Full Programme is Now Available

The full conference programme is now available! Head here for a look and do let us now if there’s something amiss or if any clarifications are needed. We are looking to also publish the conference abstracts a little later. They will also be included in our printed programme book, available at the conference.

With regards to changes to the preliminary programme, unfortunately, one of our keynote speakers, Jean-Marie Schaeffer, will not be coming and another, Deirdre Wilson, will only be able to join us via Skype to deliver her keynote.

Additionally, we have now included a new round-table format in this year’s programme, featuring Peter Garratt, Pirjo Lyytikäinen, Anne Mangen, as well as José Filipe Silva, who runs the ERC project “Rationality in Perception: Transformation of Mind and Cognition, 1250-1550” at the University of Helsinki. At this round table, we will explore further some key issues of our field that were already addressed in the interviews in the newsletters: What is the role of history in the cognitive humanities? How are they situated in Europe and the world? And how do they relate to the challenges of the digital age? The round-table will take a discursive, open-ended format. We look forward to a lively discussion and hope you can join us.

Meet the Keynote Speakers: Peter Garratt

Peter Garratt answered our questions on the situatedness of literature, the development of cognitive humanities since his groundbreaking AHRC project in 2011, and more!

What do the disciplinary connections inherent in the field of cognitive humanities mean to you? How do you engage with these different methods of research and different forms of knowledge in your work?

There is so much one could say here so I’ll restrict myself to the thought that working with different forms of knowledge – different disciplines – can also mean working directly with other people. Networks and collaborations involve specific interpersonal dynamics and dynamism. And I say this to recognise a relationship between ‘disciplinary connections’ and the embodied interactions that service them. Continue reading

Second Conference Newsletter Out Now

The second installment of our Cognitive Futures in the Humanities  2016 newsletter is now available! It includes an editorial, an interview with keynote speaker Peter Garratt and provides information on our preliminary programme, various practicalities, and presents select sights in Helsinki near the conference. You can find the newsletter as a pdf-file here.

Meet the Keynote Speakers: Pirjo Lyytikäinen

Pirjo Lyytikäinen took the time to talk with us about cognitive approaches, Finnish emotions, and the rise of cognitive humanities in the Nordic countries.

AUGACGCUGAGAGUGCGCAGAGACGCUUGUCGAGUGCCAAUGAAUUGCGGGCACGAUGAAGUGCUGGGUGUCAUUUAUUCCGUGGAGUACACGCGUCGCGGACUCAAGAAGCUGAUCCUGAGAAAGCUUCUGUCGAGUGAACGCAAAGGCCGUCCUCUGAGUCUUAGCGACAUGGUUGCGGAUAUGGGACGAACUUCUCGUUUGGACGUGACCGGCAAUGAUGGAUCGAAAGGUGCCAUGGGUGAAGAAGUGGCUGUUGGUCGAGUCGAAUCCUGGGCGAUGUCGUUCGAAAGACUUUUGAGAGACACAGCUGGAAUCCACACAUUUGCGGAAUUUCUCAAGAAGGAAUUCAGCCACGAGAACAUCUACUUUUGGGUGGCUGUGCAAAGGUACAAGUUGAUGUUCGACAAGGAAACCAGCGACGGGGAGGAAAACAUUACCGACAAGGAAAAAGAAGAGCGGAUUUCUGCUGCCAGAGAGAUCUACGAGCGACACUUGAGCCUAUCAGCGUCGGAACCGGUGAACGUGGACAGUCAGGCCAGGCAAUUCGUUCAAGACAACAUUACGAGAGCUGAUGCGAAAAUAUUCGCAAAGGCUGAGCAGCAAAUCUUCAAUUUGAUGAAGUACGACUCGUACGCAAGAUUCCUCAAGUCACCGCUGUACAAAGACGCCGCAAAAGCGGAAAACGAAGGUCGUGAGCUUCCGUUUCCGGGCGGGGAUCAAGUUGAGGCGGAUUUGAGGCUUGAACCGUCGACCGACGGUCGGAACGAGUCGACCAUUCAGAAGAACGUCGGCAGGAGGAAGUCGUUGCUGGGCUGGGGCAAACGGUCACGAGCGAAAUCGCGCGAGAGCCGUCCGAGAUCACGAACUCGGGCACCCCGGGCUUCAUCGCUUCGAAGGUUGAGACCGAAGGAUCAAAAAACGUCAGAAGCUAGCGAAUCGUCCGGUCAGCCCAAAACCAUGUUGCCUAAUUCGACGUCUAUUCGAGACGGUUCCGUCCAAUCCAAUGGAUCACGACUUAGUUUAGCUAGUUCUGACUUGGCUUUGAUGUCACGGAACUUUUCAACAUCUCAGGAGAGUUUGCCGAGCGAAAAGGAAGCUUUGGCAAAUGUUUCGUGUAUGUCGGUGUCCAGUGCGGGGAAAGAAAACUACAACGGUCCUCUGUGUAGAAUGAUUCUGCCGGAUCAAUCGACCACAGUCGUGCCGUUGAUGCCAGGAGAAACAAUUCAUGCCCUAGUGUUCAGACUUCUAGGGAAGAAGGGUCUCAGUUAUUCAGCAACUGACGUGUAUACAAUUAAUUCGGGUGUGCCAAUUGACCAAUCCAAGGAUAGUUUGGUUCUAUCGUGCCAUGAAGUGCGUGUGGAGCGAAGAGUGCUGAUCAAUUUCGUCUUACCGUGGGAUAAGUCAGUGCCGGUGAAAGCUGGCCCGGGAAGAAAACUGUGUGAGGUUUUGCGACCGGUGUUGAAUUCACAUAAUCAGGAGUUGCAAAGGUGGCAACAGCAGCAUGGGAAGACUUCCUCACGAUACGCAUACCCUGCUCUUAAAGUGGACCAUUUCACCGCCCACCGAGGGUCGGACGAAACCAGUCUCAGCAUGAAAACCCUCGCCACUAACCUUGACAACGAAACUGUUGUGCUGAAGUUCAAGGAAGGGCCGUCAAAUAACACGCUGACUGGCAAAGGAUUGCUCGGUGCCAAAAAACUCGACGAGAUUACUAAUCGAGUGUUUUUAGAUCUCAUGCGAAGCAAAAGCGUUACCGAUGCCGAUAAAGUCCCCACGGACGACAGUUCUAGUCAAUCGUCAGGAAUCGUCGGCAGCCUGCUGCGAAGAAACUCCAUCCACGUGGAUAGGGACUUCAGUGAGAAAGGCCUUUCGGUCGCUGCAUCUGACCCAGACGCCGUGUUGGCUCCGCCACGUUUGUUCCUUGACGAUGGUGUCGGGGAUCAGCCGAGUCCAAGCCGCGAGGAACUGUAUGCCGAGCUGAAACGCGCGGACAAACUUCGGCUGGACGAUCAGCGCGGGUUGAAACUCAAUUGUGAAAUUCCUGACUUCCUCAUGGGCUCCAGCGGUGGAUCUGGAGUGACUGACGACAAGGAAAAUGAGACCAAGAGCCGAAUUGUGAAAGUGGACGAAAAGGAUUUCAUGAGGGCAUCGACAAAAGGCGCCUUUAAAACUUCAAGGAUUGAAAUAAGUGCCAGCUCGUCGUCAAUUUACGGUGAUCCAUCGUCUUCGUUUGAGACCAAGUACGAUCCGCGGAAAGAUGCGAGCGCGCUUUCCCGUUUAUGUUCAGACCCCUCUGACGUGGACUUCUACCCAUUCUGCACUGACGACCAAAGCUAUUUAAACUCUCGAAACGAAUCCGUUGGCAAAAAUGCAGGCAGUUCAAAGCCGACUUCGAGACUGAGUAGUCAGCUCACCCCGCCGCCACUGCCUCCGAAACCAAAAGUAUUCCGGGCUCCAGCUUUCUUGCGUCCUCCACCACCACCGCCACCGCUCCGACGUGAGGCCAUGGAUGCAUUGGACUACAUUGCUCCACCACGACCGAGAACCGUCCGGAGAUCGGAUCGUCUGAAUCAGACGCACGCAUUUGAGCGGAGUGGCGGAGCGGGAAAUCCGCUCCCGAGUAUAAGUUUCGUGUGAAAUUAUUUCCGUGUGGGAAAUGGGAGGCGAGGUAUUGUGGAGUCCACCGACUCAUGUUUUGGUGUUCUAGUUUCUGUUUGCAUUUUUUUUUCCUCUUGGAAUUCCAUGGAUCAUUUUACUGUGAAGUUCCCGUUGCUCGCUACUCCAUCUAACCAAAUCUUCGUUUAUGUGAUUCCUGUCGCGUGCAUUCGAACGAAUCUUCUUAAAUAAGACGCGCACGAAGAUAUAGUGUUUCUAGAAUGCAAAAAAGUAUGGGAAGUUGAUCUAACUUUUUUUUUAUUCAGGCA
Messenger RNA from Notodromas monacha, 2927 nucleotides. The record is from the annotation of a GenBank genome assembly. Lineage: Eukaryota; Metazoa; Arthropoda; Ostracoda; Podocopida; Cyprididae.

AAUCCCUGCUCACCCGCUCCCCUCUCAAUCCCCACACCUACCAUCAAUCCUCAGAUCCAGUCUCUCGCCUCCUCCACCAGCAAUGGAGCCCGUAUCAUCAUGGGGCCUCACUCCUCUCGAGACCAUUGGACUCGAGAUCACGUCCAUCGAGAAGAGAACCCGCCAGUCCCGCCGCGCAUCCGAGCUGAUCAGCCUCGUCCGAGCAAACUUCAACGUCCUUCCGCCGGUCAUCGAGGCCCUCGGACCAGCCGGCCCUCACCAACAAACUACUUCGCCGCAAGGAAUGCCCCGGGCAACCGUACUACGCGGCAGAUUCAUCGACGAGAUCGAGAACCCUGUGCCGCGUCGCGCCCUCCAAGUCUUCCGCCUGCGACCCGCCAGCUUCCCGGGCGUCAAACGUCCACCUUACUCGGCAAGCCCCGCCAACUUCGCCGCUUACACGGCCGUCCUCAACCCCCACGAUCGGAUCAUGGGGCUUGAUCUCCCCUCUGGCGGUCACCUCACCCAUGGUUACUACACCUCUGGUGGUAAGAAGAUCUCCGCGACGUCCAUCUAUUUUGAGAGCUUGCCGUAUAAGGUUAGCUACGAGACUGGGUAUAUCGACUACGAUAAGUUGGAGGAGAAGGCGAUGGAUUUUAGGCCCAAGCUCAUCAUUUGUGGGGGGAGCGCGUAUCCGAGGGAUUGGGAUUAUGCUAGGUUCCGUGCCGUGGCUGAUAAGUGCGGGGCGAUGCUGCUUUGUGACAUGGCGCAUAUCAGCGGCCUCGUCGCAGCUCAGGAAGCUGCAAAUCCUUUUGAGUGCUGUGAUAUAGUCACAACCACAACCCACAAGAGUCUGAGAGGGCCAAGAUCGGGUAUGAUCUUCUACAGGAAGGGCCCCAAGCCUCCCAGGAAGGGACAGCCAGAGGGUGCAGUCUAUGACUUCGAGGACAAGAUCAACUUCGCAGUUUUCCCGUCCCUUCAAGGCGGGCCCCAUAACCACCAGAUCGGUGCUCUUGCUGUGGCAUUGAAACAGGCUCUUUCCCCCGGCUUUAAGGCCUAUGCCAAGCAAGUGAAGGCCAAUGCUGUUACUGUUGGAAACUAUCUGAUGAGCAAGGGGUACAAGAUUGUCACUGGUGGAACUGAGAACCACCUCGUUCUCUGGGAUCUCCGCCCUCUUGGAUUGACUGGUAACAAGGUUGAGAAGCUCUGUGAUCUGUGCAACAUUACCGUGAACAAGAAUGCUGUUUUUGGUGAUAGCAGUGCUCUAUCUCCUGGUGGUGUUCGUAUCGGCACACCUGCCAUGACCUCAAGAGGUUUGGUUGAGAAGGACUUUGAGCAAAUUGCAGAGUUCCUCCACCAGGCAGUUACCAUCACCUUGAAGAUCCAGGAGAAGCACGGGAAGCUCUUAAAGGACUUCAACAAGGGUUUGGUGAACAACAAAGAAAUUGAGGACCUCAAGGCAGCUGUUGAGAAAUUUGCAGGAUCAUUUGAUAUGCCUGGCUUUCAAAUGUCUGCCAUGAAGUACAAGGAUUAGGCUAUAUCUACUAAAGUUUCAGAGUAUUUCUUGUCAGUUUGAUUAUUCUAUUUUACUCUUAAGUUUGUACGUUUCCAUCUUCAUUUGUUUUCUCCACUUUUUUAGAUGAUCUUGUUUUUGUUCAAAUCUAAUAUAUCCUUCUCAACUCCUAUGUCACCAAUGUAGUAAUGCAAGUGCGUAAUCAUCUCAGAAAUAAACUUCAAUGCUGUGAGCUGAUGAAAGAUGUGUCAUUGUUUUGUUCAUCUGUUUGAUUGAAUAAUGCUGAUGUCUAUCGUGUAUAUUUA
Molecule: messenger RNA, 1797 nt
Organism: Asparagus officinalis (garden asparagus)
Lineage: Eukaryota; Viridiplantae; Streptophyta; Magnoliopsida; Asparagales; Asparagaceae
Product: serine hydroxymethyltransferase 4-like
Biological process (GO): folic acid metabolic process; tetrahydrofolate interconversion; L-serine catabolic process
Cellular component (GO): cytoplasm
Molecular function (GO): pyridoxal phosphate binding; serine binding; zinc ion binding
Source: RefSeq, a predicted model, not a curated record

What do the disciplinary connections inherent in the field of cognitive humanities mean to you? How do you engage with these different methods of research and different forms of knowledge in your work?

I find the research done in many fields of cognitive humanities and even cognitive science outside the field of humanities utterly important in the endeavour to think anew the role and methods of literary studies especially in the context of the study of literature and emotions, which is my current field of interest. Continue reading

Meet the Keynote Speakers: Anne Mangen

Anne Mangen kindly talked with us about cognitive humanities, interdisciplinarity, e-readers, and more.

What do the disciplinary connections inherent in the field of cognitive humanities mean to you? How do you engage with these different methods of research and different forms of knowledge in your work?

Cognitive humanities, per se, is a new field to me. However, I have quite some experience with interdisciplinary research, most recently within a European research network (COST Action) in which more than 120 researchers from a range of disciplines (arts & humanities + social sciences + natural sciences and technology) are engaged in empirical research on the impact of digitisation on reading. Continue reading

Registration is now open

The selection of presentations for the Cognitive Futures in the Humanities 2016 has now been made, and notification e-mails have been sent. We received over 130 presentation proposals – thank you all for taking the time to write them!

The conference is now open for registrations. You can find the registration form and price information here, and information on travel and accommodation here.

See you in June!

Extended deadline for the pre-conference workshop

Pre-Conference Workshop (11-12 June 2016)
“Digitisation and Cognition: Joint Futures for the Humanities?”

 Extended Deadline! Please submit your abstracts for the Pre-Conference Workshop by 25 January 2016.

We invite researchers from the digital humanities with an interest in the cognitive and researchers from cognitive approaches with an interest in digitization to a joint exploration of how new avenues of cooperation between these fields can be established. Work in progress is very much welcome!